Salad TV reporters not only work as journalists but as communicators connecting Koreans and their fellow countrymen. “Sometimes, we receive tip-offs from migrant workers and the reporters can cover the cases while being translators at the scene,’’ Park said. “I think this is what our reporters should do since they belong to a multicultural broadcaster. Making contributions and being helpful to society is also important.’’
Park offers a multicultural citizen reporter workshop once a week at the Seogyo Experimental Art Center to train immigrants as journalists. Those who complete the eight-week course can join the Salad broadcast team as a citizen reporter.
“Salad TV is not only for immigrants living in Korea. We also provide accurate and up-to-date information to people who want to come to Korea,’’ she said.
Play Written by Immigrant Women
The broadcaster acquired status as a preliminary social enterprise last year and Park wanted to create a branch of the company that could make money while working for the public good.
That was how Salad Theater was founded. It staged its first regular performance in last September, and the theater now has an original repertoire of four short plays and a long one, “Tasty Recipe _ After the Rain.’’ The short plays are performed through touring performances at elementary schools and teacher training workshops. The story of the play comes from experience of the members.
“Once, we presented the play at an elementary school in Yeoncheon, Gyeonggi Province, and a student had had a similar experience to one of our plays,’’ Park said. The play titled “I Don’t Want to Go to School,’’ is about a child who has a married immigrant stepmother and how he accepts her as a part of the family. “He was tearful when the father and mother fought in a scene of the play. He said it reminded him of his parents.’’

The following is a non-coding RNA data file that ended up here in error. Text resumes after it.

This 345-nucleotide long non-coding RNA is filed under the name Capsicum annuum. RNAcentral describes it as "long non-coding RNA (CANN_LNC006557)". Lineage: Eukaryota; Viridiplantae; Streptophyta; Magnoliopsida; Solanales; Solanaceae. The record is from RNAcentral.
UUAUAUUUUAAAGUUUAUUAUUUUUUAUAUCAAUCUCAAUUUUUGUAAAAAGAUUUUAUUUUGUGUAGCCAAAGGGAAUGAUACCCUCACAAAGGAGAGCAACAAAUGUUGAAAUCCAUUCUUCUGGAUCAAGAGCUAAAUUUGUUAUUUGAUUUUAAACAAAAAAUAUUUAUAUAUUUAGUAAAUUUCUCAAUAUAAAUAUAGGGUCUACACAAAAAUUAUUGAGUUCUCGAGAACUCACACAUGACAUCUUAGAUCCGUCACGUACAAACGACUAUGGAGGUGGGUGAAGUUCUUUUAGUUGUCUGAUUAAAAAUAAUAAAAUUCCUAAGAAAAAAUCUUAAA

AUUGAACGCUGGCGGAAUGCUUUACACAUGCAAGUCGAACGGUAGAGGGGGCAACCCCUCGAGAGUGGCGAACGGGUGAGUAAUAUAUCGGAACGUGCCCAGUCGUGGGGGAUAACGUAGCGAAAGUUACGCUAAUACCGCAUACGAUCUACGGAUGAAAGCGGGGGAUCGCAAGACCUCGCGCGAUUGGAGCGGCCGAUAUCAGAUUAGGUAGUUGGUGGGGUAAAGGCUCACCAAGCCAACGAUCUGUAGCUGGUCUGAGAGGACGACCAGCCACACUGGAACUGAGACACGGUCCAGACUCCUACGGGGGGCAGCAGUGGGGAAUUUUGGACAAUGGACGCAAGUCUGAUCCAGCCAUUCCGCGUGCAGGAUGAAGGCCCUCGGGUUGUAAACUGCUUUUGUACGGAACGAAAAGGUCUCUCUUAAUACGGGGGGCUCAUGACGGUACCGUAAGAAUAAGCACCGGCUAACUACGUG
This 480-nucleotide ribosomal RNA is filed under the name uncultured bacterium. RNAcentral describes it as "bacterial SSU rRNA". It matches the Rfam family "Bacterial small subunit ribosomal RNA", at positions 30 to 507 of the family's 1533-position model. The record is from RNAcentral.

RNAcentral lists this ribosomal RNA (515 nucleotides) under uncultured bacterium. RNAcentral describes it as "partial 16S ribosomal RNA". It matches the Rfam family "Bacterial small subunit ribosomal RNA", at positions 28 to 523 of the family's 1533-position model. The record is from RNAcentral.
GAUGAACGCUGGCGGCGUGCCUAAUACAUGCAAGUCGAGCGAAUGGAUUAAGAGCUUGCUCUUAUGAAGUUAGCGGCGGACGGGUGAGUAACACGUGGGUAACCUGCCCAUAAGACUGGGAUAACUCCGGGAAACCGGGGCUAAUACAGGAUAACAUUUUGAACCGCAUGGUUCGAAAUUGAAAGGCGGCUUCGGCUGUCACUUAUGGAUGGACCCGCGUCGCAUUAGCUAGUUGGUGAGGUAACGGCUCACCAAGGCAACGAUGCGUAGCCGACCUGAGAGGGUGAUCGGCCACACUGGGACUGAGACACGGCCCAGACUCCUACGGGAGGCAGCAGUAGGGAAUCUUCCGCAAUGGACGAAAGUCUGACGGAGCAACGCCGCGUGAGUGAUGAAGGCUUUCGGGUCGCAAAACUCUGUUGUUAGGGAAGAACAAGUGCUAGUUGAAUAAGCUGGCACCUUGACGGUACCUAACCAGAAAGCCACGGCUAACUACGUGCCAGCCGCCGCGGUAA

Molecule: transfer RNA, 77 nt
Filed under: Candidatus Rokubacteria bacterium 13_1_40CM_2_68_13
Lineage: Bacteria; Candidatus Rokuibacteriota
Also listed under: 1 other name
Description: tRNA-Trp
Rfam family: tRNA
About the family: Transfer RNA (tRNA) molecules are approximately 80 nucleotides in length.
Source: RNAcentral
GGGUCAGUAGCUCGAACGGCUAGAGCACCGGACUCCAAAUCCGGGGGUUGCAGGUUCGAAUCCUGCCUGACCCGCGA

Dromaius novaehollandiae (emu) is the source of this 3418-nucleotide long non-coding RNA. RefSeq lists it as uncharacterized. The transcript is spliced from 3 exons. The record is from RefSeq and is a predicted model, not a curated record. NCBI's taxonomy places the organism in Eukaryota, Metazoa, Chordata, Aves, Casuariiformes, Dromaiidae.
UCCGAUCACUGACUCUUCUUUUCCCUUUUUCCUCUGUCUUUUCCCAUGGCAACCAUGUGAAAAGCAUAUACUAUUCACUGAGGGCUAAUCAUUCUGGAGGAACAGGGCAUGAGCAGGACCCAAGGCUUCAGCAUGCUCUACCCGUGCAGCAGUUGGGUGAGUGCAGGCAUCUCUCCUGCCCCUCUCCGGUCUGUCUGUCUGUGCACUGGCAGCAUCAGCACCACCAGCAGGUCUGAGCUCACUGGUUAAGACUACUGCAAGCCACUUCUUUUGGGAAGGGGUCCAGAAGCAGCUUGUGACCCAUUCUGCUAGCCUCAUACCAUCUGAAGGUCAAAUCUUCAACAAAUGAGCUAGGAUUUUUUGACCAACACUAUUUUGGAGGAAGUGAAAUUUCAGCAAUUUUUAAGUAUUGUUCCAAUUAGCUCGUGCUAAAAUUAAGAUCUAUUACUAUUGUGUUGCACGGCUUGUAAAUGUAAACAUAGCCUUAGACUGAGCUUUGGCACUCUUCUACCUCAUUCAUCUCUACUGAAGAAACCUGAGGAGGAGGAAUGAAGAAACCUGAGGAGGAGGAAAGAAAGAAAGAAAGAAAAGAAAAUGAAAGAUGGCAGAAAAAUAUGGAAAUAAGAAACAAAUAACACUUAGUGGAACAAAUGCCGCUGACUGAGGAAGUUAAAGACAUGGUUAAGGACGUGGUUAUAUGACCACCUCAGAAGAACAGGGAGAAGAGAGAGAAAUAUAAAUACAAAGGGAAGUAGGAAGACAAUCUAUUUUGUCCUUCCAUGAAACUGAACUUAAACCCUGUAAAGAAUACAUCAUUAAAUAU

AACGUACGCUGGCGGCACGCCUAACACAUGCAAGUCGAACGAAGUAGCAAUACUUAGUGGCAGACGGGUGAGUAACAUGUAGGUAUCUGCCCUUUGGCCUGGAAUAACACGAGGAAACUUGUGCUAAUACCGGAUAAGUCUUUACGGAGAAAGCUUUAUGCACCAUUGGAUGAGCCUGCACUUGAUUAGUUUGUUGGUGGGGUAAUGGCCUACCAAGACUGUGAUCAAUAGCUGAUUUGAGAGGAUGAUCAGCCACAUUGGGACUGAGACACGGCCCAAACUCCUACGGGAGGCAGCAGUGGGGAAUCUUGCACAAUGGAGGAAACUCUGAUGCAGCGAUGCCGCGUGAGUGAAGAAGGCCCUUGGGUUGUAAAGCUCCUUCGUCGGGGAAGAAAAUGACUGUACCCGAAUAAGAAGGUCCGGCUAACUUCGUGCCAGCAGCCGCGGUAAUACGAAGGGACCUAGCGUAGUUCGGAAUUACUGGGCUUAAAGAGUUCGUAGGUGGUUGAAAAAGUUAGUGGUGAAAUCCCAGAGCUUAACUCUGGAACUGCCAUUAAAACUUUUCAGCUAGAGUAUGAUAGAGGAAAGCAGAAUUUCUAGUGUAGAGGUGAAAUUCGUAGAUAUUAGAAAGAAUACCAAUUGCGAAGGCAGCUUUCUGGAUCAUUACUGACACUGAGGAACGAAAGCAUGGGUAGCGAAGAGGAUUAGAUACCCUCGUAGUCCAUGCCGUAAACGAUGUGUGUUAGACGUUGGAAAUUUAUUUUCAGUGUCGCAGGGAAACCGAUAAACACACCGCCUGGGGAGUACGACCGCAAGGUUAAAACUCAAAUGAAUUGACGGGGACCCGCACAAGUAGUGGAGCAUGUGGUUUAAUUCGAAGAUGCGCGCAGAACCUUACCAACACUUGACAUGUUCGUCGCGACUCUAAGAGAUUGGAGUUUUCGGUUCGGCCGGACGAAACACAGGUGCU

On Jan. 30, a party featuring a short play of Salad Theater will be held at Seogyo Experimental Art Center.
Making Healthy Profit
“Making a living by selling advertisements is impossible for us,’’ she said.
The projects of Salad TV do not make much money. Presently, the enterprise receives support from the Ministry of Labor and Salad Theater was selected for a project for multicultural families by Seoul City, but these are not enough for the organization to stand on its own as a proper social enterprise.
Park is seeking another way to make healthy profits while keeping the spirit of the multiculturalism. “We will serve the common good and our projects will be in the same vein,’’ she said.
She wants Salad TV to fill the gap between locals and immigrants regardless of their background. “The best way to understand somebody else is to face them often, arguing and then understanding each other. However, the immigrant community is separated from Koreans,” Park said. “We need to bring the migrant community to the sunny side.’’
Salad TV and Salad Theater provide opportunities for immigrant women to cross the boundary and be a part of the mainstream.
Park again emphasized the importance of diversity in society. “Salad TV is going to be a media hub like a salad bowl, showing the variety of our culture,’’ she said. “I hope people _ both Koreans and expatriates _ will amplify their multicultural sensibility through Salad TV and Salad Theater.’’ ⒸTHE KOREA TIMES, 2010